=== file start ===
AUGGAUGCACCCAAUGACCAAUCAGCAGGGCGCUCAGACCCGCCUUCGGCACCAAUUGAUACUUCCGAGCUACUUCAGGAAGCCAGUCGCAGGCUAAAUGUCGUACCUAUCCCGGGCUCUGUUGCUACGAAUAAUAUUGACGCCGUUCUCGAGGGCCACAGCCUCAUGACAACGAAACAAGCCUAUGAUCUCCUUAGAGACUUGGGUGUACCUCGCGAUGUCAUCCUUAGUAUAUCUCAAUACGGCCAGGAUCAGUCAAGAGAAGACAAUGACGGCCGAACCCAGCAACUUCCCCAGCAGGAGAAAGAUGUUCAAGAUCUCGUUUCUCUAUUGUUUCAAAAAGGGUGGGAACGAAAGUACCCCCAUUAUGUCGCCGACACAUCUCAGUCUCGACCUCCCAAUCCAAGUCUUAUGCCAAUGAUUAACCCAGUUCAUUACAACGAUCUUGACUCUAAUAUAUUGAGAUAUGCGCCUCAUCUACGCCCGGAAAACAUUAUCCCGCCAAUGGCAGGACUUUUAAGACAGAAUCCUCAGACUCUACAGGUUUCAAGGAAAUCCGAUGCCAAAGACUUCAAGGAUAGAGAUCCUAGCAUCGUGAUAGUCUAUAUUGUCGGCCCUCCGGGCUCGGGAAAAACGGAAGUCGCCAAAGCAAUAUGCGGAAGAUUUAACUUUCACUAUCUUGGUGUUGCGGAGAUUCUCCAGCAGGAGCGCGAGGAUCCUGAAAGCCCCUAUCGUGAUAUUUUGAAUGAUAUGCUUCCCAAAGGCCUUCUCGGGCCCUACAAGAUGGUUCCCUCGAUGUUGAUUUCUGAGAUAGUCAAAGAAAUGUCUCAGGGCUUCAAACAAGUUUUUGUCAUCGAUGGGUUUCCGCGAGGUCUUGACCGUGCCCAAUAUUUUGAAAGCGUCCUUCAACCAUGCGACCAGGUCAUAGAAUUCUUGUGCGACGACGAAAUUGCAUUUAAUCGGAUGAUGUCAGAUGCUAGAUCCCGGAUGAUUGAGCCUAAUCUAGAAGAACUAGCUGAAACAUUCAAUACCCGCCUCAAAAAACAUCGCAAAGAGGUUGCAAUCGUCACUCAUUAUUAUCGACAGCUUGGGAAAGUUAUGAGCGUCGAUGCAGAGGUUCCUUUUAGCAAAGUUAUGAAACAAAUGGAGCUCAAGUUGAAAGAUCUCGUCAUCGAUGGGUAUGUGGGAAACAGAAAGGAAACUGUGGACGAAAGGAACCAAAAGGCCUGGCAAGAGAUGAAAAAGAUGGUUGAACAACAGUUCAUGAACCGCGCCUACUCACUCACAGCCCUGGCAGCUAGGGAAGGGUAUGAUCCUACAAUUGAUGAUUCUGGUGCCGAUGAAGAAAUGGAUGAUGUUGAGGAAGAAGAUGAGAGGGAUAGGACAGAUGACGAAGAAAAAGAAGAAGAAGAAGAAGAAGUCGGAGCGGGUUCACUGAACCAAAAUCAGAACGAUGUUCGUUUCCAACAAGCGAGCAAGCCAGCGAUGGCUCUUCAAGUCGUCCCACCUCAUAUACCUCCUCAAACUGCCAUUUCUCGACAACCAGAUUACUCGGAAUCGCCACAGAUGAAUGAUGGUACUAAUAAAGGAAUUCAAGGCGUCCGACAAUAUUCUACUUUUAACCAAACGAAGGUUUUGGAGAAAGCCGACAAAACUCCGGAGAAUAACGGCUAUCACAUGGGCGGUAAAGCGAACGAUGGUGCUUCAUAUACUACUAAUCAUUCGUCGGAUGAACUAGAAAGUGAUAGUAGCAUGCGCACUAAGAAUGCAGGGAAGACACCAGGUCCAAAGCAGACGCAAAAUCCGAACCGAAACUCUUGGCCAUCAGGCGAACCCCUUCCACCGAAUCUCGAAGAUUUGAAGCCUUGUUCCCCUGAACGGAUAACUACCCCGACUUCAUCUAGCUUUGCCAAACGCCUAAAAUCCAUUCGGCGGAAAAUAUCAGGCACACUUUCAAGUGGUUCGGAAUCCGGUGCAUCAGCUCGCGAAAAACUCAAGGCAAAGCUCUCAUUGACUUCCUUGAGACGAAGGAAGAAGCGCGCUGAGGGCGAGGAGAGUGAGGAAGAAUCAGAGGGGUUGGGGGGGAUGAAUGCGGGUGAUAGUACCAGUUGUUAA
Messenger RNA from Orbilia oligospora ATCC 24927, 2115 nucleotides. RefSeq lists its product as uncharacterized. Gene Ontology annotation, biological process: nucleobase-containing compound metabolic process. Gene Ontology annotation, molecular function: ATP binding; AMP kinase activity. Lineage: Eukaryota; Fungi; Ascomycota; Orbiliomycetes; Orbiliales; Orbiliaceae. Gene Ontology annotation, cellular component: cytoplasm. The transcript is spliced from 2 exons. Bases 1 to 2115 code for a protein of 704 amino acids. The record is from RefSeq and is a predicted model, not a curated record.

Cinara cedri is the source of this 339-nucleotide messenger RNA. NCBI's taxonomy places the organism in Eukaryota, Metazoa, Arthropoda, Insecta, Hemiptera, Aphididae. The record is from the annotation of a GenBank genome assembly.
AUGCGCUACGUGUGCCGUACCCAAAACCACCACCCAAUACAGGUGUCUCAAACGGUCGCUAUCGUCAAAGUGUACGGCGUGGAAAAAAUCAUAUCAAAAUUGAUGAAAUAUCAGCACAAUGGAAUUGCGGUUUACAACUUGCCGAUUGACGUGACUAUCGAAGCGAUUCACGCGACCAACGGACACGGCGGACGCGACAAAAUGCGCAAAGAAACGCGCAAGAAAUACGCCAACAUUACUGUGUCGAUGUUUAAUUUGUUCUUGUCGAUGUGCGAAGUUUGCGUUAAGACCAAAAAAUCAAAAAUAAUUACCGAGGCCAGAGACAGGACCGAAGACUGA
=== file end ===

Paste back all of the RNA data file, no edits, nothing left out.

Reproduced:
AUGGAUGCACCCAAUGACCAAUCAGCAGGGCGCUCAGACCCGCCUUCGGCACCAAUUGAUACUUCCGAGCUACUUCAGGAAGCCAGUCGCAGGCUAAAUGUCGUACCUAUCCCGGGCUCUGUUGCUACGAAUAAUAUUGACGCCGUUCUCGAGGGCCACAGCCUCAUGACAACGAAACAAGCCUAUGAUCUCCUUAGAGACUUGGGUGUACCUCGCGAUGUCAUCCUUAGUAUAUCUCAAUACGGCCAGGAUCAGUCAAGAGAAGACAAUGACGGCCGAACCCAGCAACUUCCCCAGCAGGAGAAAGAUGUUCAAGAUCUCGUUUCUCUAUUGUUUCAAAAAGGGUGGGAACGAAAGUACCCCCAUUAUGUCGCCGACACAUCUCAGUCUCGACCUCCCAAUCCAAGUCUUAUGCCAAUGAUUAACCCAGUUCAUUACAACGAUCUUGACUCUAAUAUAUUGAGAUAUGCGCCUCAUCUACGCCCGGAAAACAUUAUCCCGCCAAUGGCAGGACUUUUAAGACAGAAUCCUCAGACUCUACAGGUUUCAAGGAAAUCCGAUGCCAAAGACUUCAAGGAUAGAGAUCCUAGCAUCGUGAUAGUCUAUAUUGUCGGCCCUCCGGGCUCGGGAAAAACGGAAGUCGCCAAAGCAAUAUGCGGAAGAUUUAACUUUCACUAUCUUGGUGUUGCGGAGAUUCUCCAGCAGGAGCGCGAGGAUCCUGAAAGCCCCUAUCGUGAUAUUUUGAAUGAUAUGCUUCCCAAAGGCCUUCUCGGGCCCUACAAGAUGGUUCCCUCGAUGUUGAUUUCUGAGAUAGUCAAAGAAAUGUCUCAGGGCUUCAAACAAGUUUUUGUCAUCGAUGGGUUUCCGCGAGGUCUUGACCGUGCCCAAUAUUUUGAAAGCGUCCUUCAACCAUGCGACCAGGUCAUAGAAUUCUUGUGCGACGACGAAAUUGCAUUUAAUCGGAUGAUGUCAGAUGCUAGAUCCCGGAUGAUUGAGCCUAAUCUAGAAGAACUAGCUGAAACAUUCAAUACCCGCCUCAAAAAACAUCGCAAAGAGGUUGCAAUCGUCACUCAUUAUUAUCGACAGCUUGGGAAAGUUAUGAGCGUCGAUGCAGAGGUUCCUUUUAGCAAAGUUAUGAAACAAAUGGAGCUCAAGUUGAAAGAUCUCGUCAUCGAUGGGUAUGUGGGAAACAGAAAGGAAACUGUGGACGAAAGGAACCAAAAGGCCUGGCAAGAGAUGAAAAAGAUGGUUGAACAACAGUUCAUGAACCGCGCCUACUCACUCACAGCCCUGGCAGCUAGGGAAGGGUAUGAUCCUACAAUUGAUGAUUCUGGUGCCGAUGAAGAAAUGGAUGAUGUUGAGGAAGAAGAUGAGAGGGAUAGGACAGAUGACGAAGAAAAAGAAGAAGAAGAAGAAGAAGUCGGAGCGGGUUCACUGAACCAAAAUCAGAACGAUGUUCGUUUCCAACAAGCGAGCAAGCCAGCGAUGGCUCUUCAAGUCGUCCCACCUCAUAUACCUCCUCAAACUGCCAUUUCUCGACAACCAGAUUACUCGGAAUCGCCACAGAUGAAUGAUGGUACUAAUAAAGGAAUUCAAGGCGUCCGACAAUAUUCUACUUUUAACCAAACGAAGGUUUUGGAGAAAGCCGACAAAACUCCGGAGAAUAACGGCUAUCACAUGGGCGGUAAAGCGAACGAUGGUGCUUCAUAUACUACUAAUCAUUCGUCGGAUGAACUAGAAAGUGAUAGUAGCAUGCGCACUAAGAAUGCAGGGAAGACACCAGGUCCAAAGCAGACGCAAAAUCCGAACCGAAACUCUUGGCCAUCAGGCGAACCCCUUCCACCGAAUCUCGAAGAUUUGAAGCCUUGUUCCCCUGAACGGAUAACUACCCCGACUUCAUCUAGCUUUGCCAAACGCCUAAAAUCCAUUCGGCGGAAAAUAUCAGGCACACUUUCAAGUGGUUCGGAAUCCGGUGCAUCAGCUCGCGAAAAACUCAAGGCAAAGCUCUCAUUGACUUCCUUGAGACGAAGGAAGAAGCGCGCUGAGGGCGAGGAGAGUGAGGAAGAAUCAGAGGGGUUGGGGGGGAUGAAUGCGGGUGAUAGUACCAGUUGUUAA
Messenger RNA from Orbilia oligospora ATCC 24927, 2115 nucleotides. RefSeq lists its product as uncharacterized. Gene Ontology annotation, biological process: nucleobase-containing compound metabolic process. Gene Ontology annotation, molecular function: ATP binding; AMP kinase activity. Lineage: Eukaryota; Fungi; Ascomycota; Orbiliomycetes; Orbiliales; Orbiliaceae. Gene Ontology annotation, cellular component: cytoplasm. The transcript is spliced from 2 exons. Bases 1 to 2115 code for a protein of 704 amino acids. The record is from RefSeq and is a predicted model, not a curated record.

Cinara cedri is the source of this 339-nucleotide messenger RNA. NCBI's taxonomy places the organism in Eukaryota, Metazoa, Arthropoda, Insecta, Hemiptera, Aphididae. The record is from the annotation of a GenBank genome assembly.
AUGCGCUACGUGUGCCGUACCCAAAACCACCACCCAAUACAGGUGUCUCAAACGGUCGCUAUCGUCAAAGUGUACGGCGUGGAAAAAAUCAUAUCAAAAUUGAUGAAAUAUCAGCACAAUGGAAUUGCGGUUUACAACUUGCCGAUUGACGUGACUAUCGAAGCGAUUCACGCGACCAACGGACACGGCGGACGCGACAAAAUGCGCAAAGAAACGCGCAAGAAAUACGCCAACAUUACUGUGUCGAUGUUUAAUUUGUUCUUGUCGAUGUGCGAAGUUUGCGUUAAGACCAAAAAAUCAAAAAUAAUUACCGAGGCCAGAGACAGGACCGAAGACUGA